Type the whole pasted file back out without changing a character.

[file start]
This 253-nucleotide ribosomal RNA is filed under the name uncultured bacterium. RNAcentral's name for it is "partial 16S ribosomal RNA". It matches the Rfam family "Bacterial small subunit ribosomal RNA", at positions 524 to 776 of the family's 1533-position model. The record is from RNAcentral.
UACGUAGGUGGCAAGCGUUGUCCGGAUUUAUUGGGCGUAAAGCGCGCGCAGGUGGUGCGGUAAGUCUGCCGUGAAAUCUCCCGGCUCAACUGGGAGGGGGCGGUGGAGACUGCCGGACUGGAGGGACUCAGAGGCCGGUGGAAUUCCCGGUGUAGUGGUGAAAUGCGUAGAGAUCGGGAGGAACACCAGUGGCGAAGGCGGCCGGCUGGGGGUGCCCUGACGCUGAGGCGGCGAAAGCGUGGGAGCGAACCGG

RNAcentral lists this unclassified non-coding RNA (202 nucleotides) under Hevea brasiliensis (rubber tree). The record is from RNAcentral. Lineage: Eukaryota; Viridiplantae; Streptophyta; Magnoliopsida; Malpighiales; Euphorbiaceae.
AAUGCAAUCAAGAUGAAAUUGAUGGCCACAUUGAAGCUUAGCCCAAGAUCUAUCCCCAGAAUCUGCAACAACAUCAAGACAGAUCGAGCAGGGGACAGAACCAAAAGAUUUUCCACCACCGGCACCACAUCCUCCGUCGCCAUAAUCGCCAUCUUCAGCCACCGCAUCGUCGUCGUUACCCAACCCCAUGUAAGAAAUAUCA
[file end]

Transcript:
This 253-nucleotide ribosomal RNA is filed under the name uncultured bacterium. RNAcentral's name for it is "partial 16S ribosomal RNA". It matches the Rfam family "Bacterial small subunit ribosomal RNA", at positions 524 to 776 of the family's 1533-position model. The record is from RNAcentral.
UACGUAGGUGGCAAGCGUUGUCCGGAUUUAUUGGGCGUAAAGCGCGCGCAGGUGGUGCGGUAAGUCUGCCGUGAAAUCUCCCGGCUCAACUGGGAGGGGGCGGUGGAGACUGCCGGACUGGAGGGACUCAGAGGCCGGUGGAAUUCCCGGUGUAGUGGUGAAAUGCGUAGAGAUCGGGAGGAACACCAGUGGCGAAGGCGGCCGGCUGGGGGUGCCCUGACGCUGAGGCGGCGAAAGCGUGGGAGCGAACCGG

RNAcentral lists this unclassified non-coding RNA (202 nucleotides) under Hevea brasiliensis (rubber tree). The record is from RNAcentral. Lineage: Eukaryota; Viridiplantae; Streptophyta; Magnoliopsida; Malpighiales; Euphorbiaceae.
AAUGCAAUCAAGAUGAAAUUGAUGGCCACAUUGAAGCUUAGCCCAAGAUCUAUCCCCAGAAUCUGCAACAACAUCAAGACAGAUCGAGCAGGGGACAGAACCAAAAGAUUUUCCACCACCGGCACCACAUCCUCCGUCGCCAUAAUCGCCAUCUUCAGCCACCGCAUCGUCGUCGUUACCCAACCCCAUGUAAGAAAUAUCA